A professional: "It is important for people in this group to have someone who can provide support in their day-to-day life and help them in resolving the problems they face. A professional who may also be able to involve someone from the parent’s own network.”
- Access to childcare
Ensuring that their children are properly cared for is another major issue for many single parents. They themselves do not have sufficient time and siblings are often left to care for each other. The ombudsmen see BES(t)4Kids as a positive way forward. This alliance between the public bodies of Bonaire, St. Eustatius and Saba and various ministries provides good quality, safe and accessible childcare and after-school care in the Caribbean Netherlands. However, this is not affordable for all parents and childcare is often not available in the evenings or at weekends. These are precisely the times when large numbers of single parents attempt to top up their incomes.
The ombudsmen would therefore like to see the current focus to be on additional childcare outside normal office hours, with no parental contribution payable for the childcare.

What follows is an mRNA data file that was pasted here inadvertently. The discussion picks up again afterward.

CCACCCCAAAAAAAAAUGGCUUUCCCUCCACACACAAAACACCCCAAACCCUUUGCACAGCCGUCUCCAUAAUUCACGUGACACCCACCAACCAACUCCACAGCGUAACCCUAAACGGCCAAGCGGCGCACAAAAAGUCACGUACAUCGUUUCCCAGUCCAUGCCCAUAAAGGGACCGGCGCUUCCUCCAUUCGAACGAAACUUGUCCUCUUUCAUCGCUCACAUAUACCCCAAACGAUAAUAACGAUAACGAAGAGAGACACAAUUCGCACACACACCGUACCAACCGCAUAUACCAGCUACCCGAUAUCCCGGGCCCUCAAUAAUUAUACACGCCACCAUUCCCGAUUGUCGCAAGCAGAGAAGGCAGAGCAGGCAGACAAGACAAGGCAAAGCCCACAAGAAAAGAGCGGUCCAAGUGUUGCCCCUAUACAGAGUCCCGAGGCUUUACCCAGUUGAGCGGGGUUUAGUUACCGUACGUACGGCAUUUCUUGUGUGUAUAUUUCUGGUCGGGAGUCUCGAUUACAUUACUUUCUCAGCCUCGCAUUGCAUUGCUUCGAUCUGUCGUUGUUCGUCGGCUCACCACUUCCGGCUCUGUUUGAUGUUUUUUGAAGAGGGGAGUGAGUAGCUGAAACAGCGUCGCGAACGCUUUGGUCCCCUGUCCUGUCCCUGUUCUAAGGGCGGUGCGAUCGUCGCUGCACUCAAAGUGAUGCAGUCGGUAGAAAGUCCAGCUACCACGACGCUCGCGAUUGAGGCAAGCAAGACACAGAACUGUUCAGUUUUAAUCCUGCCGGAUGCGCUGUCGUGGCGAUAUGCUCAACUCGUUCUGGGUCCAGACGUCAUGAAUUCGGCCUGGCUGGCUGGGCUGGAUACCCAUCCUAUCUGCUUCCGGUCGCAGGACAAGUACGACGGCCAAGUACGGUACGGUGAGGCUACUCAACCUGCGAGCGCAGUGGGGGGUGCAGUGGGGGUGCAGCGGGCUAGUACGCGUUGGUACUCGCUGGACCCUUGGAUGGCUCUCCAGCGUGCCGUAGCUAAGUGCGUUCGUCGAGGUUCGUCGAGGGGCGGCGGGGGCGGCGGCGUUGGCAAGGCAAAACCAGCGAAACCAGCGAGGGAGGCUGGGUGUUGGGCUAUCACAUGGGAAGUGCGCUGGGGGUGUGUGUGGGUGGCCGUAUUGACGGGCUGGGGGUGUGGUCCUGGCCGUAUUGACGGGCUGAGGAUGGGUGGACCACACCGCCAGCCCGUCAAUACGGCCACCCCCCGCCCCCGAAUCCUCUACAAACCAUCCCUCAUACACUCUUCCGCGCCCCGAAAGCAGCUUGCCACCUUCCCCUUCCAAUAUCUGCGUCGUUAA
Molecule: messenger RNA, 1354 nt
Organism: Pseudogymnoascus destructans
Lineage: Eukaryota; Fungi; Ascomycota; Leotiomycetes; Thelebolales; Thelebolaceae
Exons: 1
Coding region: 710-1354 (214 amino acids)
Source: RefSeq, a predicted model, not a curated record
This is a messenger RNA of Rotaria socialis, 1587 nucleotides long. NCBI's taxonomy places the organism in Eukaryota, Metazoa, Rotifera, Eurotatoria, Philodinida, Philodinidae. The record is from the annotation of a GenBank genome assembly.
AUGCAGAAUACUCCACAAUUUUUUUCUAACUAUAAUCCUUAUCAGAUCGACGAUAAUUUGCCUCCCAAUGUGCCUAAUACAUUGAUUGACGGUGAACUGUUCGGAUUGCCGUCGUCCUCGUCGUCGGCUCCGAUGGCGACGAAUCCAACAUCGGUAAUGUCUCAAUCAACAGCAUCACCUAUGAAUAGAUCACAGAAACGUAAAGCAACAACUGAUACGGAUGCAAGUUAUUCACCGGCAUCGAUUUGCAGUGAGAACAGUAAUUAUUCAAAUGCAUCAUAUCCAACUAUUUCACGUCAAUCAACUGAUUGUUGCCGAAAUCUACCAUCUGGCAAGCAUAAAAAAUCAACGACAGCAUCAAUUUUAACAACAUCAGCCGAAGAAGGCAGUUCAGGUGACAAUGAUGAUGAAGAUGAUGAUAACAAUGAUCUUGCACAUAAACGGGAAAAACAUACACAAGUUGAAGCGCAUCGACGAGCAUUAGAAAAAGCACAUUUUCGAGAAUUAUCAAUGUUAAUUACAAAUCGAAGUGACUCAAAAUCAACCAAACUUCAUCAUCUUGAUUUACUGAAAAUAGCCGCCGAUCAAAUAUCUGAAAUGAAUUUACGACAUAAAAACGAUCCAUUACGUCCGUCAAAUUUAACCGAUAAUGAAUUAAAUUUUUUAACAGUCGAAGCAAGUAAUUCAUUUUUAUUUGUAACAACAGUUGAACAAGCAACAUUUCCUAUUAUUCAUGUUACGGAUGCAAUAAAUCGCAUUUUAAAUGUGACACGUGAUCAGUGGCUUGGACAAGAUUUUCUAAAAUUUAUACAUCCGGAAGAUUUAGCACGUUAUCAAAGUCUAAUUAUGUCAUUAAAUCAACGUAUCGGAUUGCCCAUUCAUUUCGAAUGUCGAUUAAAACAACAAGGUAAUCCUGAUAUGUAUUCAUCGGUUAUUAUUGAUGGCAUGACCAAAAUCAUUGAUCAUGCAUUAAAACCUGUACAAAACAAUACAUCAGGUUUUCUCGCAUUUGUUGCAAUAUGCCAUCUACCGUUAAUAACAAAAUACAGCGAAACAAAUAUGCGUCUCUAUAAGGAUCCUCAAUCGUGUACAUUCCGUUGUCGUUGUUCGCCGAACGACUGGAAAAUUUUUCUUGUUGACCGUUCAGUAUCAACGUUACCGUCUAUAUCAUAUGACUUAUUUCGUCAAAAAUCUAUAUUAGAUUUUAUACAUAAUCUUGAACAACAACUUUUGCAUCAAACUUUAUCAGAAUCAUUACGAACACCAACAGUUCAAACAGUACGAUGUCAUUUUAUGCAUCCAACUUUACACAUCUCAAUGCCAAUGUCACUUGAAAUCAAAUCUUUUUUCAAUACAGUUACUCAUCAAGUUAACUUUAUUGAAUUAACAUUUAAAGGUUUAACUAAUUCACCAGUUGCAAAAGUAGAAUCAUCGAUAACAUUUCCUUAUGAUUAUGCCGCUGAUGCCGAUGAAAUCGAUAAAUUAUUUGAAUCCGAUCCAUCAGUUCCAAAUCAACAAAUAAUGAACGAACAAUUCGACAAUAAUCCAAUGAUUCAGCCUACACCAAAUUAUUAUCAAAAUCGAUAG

A single parent: “When I’m on late shift, I have to arrange a lift home. I usually have to wait, sometimes until well after midnight."
- Affordable courses
Learning something new, perhaps for a new career, is essential if you want to have the chance of a better job and a life without poverty. People need to be trained for the jobs that are actually available. Moreover, courses need to be affordable and accessible for single parents. Above all, there also needs to be a focus on parents who left school early, but still wish to continue to learn.
In November 2022, a conference is being organised in the Caribbean Netherlands. At it, the ombudsmen and their colleagues from Curaçao and St. Maarten will continue their discussion on the wide-ranging effort to combat poverty.
Bonaire, St. Eustatius and Saba have been special municipalities of the Netherlands since 2010. Together, they make up the Caribbean Netherlands. Since 2010, the National Ombudsman has been handling complaints about government bodies on the islands. Since 2012, he has also handled complaints about the local government authorities, otherwise known as the public bodies. The Ombudsman for Children has been handling complaints in the Caribbean Netherlands since 2011.